Public Watchdog.org

How Much Is Enough – Part 2?

12.06.17

After borrowing over $20 million between 2013 and 2016 to build the Centennial water park and the new Prospect Park, one might think that the Park Ridge Park District might want to cool its jets about taking on more debt and more capital projects.

But, instead, it held a “Public Input Meeting” on November 30, 2017. The “public input” being sought? Coming up with a wish-list for borrowing and spending multi-millions of dollars at Oakton Park.

Why?

Because the Park District recently learned that the Oakton Ice Rink’s R-22 refrigerant will be eliminated by 2020, meaning that the Park District will have to tear up the rink and replace all the mechanicals to accommodate a new type of refrigerant.

But simply replacing the ice surface and mechanicals apparently isn’t enough for the Park District, even though the ice surface was replaced back in the mid-1990s because (as we recall) of cracks in the surface – and, ironically, the phasing-in of the R-22 refrigerant to replace a more environmentally-unfriendly refrigerant – without adding millions of dollars to the project for accessories.

According to an article in the Park Ridge Herald-Advocate (“Pools, more ice among citizen suggestions for Park Ridge’s Oakton Park,” 12.04.17), although money for the actual replacement has been budgeted, there reportedly is no funding for any additional expansion of the ice rink or other wish-list projects at Oakton. But (per the H-A article) that didn’t stop the District from going out and hiring “Wight and Company architects and two other professional firms” to seek input from residents about what should be done at Oakton.

We’re big on “input from residents” but we’re not big on such input without any price tags affixed – especially since the Park District went to referendum on three Oakton projects in 2005-2006 – all of which were soundly rejected by the voters.

Although there is no video of the Public Input Meeting posted on the District’s website, a string of comments posted to the H-A article on the H-A Facebook page indicates the strongest support for either: (a) a major renovation of the Oakton ice rink and the addition of at least one more ice surface; or (b) a new pool, indoor or outdoor.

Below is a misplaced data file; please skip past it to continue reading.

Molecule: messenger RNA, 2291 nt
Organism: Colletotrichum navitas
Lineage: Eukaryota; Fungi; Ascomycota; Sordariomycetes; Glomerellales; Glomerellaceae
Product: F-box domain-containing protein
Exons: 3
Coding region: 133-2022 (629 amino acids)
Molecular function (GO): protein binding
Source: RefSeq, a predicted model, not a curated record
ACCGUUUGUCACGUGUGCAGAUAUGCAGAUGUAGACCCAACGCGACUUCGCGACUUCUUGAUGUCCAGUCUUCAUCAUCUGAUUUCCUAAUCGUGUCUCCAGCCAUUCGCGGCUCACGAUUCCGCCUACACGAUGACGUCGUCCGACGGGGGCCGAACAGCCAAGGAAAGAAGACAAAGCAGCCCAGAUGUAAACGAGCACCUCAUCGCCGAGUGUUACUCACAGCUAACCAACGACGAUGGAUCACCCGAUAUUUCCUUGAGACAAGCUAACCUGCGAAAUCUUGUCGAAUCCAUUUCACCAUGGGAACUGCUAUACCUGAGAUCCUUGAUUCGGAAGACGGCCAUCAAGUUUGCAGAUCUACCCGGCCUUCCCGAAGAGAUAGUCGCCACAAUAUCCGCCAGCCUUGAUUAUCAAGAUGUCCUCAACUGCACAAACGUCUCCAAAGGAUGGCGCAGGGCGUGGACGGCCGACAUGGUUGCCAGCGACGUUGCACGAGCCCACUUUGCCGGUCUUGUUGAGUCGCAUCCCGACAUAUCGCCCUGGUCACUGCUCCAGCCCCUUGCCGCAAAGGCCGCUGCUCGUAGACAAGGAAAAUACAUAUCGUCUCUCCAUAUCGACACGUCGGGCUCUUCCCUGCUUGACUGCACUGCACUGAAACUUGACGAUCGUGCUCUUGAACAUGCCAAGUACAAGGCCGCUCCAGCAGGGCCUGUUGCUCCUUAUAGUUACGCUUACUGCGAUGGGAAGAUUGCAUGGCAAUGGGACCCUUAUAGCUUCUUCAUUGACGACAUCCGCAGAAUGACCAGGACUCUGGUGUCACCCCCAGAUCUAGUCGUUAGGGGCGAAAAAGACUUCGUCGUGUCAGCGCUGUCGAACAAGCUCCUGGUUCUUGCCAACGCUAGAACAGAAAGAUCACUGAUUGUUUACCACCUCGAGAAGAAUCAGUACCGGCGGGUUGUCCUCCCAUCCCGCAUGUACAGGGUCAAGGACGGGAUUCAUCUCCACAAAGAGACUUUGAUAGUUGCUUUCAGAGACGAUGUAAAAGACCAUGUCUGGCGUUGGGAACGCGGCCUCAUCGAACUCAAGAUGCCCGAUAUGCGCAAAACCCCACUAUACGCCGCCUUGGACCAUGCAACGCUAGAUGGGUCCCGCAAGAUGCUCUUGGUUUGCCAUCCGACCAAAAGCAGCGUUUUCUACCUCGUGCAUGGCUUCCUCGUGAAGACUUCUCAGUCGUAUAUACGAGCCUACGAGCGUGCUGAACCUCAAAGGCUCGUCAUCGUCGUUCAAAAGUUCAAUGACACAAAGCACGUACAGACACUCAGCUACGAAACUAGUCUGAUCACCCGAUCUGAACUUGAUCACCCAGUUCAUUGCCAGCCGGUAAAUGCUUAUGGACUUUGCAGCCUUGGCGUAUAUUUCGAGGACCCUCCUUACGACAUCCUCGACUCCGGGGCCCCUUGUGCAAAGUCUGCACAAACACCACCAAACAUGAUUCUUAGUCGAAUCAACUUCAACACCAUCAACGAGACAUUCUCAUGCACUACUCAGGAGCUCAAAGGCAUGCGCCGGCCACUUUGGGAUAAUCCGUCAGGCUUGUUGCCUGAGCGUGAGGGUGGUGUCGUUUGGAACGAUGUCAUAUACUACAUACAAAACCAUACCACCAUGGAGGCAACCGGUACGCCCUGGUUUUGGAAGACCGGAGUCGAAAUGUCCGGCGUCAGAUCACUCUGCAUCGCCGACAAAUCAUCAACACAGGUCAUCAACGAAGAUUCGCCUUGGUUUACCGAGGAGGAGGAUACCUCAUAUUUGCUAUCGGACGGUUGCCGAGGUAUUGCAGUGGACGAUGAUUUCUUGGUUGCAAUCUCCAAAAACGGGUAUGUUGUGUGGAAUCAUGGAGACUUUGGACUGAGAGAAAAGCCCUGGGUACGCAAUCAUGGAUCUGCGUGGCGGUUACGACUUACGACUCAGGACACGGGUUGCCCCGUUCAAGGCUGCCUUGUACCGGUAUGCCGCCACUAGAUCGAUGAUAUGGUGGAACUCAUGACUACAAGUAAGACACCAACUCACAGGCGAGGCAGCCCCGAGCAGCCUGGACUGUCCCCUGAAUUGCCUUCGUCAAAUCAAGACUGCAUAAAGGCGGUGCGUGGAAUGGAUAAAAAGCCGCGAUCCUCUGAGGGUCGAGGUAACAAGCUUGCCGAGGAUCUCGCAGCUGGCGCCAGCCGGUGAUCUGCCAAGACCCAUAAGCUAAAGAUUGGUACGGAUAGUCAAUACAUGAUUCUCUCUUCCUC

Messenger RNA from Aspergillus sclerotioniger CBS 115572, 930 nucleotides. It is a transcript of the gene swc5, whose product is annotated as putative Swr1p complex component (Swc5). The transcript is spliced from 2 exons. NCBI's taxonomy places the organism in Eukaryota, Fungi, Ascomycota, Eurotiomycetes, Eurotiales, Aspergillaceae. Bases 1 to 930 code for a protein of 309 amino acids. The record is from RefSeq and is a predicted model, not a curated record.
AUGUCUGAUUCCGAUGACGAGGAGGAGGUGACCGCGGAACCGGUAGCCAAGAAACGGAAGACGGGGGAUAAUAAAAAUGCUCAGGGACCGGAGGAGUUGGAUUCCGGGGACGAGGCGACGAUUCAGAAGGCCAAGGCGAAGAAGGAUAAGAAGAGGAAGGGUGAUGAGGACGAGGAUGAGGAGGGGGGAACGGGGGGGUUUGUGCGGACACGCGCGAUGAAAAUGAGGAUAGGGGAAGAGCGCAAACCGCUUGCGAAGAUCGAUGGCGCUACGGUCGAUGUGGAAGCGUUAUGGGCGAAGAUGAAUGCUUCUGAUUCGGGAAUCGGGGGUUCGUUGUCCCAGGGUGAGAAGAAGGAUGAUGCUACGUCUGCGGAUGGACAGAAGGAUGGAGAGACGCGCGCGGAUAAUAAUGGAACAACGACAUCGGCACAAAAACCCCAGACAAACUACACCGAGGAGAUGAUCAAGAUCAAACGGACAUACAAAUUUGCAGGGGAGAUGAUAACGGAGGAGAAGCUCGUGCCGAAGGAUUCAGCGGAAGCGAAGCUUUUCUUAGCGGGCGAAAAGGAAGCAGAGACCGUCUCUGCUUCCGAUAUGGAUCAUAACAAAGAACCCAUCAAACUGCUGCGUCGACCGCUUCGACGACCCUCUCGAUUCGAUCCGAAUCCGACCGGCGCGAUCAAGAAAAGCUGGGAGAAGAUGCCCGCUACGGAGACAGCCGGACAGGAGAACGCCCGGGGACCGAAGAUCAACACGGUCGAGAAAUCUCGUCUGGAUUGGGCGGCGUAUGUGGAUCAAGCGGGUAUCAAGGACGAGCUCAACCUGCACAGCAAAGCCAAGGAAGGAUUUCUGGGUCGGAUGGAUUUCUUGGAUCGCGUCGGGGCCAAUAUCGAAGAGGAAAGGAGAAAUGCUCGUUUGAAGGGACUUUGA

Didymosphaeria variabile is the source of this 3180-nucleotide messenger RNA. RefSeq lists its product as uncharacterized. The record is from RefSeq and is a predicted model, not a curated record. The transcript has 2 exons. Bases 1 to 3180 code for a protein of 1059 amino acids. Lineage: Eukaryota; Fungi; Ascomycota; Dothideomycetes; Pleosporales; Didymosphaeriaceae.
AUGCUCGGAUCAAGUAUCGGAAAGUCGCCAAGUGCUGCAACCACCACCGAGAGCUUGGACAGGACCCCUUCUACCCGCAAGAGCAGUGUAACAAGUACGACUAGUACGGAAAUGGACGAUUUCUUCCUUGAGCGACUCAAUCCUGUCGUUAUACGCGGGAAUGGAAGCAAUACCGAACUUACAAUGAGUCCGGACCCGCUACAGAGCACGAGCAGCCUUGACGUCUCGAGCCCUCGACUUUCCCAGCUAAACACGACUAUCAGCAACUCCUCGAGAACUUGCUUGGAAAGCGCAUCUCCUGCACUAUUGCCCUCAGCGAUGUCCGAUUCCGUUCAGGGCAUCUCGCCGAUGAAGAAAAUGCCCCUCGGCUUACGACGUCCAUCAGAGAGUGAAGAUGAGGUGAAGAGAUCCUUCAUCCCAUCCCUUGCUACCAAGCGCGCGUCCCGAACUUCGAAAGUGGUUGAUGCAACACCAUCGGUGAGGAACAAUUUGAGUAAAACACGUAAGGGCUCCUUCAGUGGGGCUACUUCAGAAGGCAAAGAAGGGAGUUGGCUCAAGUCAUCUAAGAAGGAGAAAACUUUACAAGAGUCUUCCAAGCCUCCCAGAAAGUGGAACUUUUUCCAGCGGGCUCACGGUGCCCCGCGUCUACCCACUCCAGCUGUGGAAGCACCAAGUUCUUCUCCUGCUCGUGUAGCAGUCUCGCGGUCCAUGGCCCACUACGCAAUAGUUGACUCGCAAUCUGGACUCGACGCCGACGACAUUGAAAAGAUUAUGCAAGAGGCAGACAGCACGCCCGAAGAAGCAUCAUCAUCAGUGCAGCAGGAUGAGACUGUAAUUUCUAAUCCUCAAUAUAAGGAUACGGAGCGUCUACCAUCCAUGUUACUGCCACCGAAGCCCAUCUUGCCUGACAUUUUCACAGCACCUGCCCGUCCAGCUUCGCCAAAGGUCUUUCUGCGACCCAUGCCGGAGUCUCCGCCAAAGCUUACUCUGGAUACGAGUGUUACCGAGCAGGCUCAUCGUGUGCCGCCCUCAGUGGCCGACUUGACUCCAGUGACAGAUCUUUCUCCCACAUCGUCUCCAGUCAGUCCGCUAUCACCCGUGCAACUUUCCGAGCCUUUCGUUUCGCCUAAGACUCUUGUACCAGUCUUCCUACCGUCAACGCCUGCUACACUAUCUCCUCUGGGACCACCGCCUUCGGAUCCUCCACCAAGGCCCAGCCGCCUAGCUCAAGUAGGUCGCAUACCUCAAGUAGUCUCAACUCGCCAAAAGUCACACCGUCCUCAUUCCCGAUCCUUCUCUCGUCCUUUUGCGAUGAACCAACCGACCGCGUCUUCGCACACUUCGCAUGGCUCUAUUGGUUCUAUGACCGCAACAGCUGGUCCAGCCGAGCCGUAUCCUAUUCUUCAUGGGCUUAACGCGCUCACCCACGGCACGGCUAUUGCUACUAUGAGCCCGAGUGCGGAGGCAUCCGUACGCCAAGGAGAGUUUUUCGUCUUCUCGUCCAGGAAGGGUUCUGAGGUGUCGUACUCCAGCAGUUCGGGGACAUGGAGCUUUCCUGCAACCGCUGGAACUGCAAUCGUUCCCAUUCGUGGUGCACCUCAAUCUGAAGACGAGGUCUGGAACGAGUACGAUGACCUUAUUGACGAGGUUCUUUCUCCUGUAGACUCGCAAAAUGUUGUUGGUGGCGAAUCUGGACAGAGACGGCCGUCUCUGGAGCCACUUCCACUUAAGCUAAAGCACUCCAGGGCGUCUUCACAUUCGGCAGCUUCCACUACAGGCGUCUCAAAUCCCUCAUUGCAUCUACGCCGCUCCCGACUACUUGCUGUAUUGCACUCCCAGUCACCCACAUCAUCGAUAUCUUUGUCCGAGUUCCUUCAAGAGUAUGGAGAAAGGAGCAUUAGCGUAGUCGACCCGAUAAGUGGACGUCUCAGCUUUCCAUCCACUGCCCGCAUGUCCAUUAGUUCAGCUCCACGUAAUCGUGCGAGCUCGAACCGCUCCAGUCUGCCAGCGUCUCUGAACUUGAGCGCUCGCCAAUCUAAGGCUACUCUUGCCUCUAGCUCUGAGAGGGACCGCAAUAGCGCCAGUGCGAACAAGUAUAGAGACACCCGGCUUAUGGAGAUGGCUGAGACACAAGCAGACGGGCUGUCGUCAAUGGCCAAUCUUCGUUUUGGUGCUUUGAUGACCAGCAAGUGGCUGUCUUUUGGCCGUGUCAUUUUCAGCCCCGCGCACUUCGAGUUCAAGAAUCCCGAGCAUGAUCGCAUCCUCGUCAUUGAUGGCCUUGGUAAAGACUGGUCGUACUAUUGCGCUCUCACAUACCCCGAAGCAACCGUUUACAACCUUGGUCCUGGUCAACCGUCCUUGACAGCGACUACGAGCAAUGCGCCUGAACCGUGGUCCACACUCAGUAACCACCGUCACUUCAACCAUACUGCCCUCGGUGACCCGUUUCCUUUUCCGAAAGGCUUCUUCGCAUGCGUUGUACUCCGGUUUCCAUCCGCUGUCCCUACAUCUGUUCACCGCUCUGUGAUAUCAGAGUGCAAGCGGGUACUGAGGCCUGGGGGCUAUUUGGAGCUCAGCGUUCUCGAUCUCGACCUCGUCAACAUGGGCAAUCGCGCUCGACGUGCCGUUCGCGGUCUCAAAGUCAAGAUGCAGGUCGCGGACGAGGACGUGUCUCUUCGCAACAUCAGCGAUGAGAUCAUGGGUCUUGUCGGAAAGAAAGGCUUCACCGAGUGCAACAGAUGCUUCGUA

Back in 1994-95, the District spent over $100,000 on studies and actual plans for a Centennial water park. The then-board intended to use those plans to steamroll the taxpayers, but a group of 40 or so Centennial Park NIMBYs organized and made enough of a ruckus that the 1994-95 park board backed off and submitted the project to an advisory referendum. That project got soundly rejected by the voters, and its proponents took their cue and dropped it – until it was taken up again as one of the two referendum questions by the Park District in April 2005: The Centennial water park lost by 70% to 30%, while a referendum for building an indoor recreation center at Oakton failed 73% to 27%.

In March 2006 another Centennial water park referendum failed 69% to 31%.

And in November 2006, a $10 million plan to put a new aquatic center/water park at Oakton failed 57% to 43%.

Mindful of those failures, in December 2012 that park board chose to blow right past “permission” and head directly to “forgiveness” when it committed, based on very limited resident input, to borrow $7 million to build the current second/third-rate water park – sans the “lazy river” which was the single most wanted feature of the original design, based on 682 survey respondents – without a referendum. We wrote about it less than kindly in our posts of 12.05.12, 12.13.12, 12.19.12 and 12.29.12.

That decision by that board was both dishonest and gutless. Which, to paraphrase the fictional Dean Vernon Wormer, “is no way to go through [public] life.”

Frankly, we don’t care what the Park District wants to build at Oakton so long as it puts whatever the project(s) might be – along with a credible price tag – to referendum, preferably binding but advisory being better than nothing.

Before that is done, however, a lot more information and discussion is needed to determine what kind of project(s) deserve a referendum question, or two, or three on the November 2018 ballot. That’s assuming the Park Board doesn’t rush to judgment and try to ram something onto the March 2018 primary ballot by the filing deadline of January 2, 2018.

We trust that won’t be the case with this Park Board, the new majority of which act and sound as if they actually understand and respect the interests and concerns of the taxpayers as much, or more, than those of the users of the District’s resources. Such a rush to judgment would be a major dis-service to all the District’s stakeholders except for the highly-motivated special interests who, like their water park counterparts in December 2012, can be counted on to turn out and dominate any discussion over the next few weeks while the majority of folks who will end up footing the bills are busy getting ready for the holidays.

The deadline for putting a Board-originated referendum resolution on the November 2018 ballot is August 20, 2018. That should provide plenty of time for an intelligent, well-informed debate by both the Park Board members and the general public about what project(s) deserve consideration for a referendum question.

Because how much is enough at Oakton, or elsewhere in the Park District, is a question that needs to ultimately be answered by the countable votes of a fully-informed electorate, not by rank speculation and anecdote from a few handfuls of the specially-interested.

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How Much Is Enough?

12.01.17

On the night of November 14, a developer’s representatives showed up at City Holl to pitch the Park Ridge Planning & Zoning Commission (“P&Z”) on letting it develop the Mr. K’s site – 1440 Higgins, currently zoned for business/commercial use – with 19 3-bedroom townhouses and an office building that the developer hoped would be enough “commercial” to sell the Commission on the project.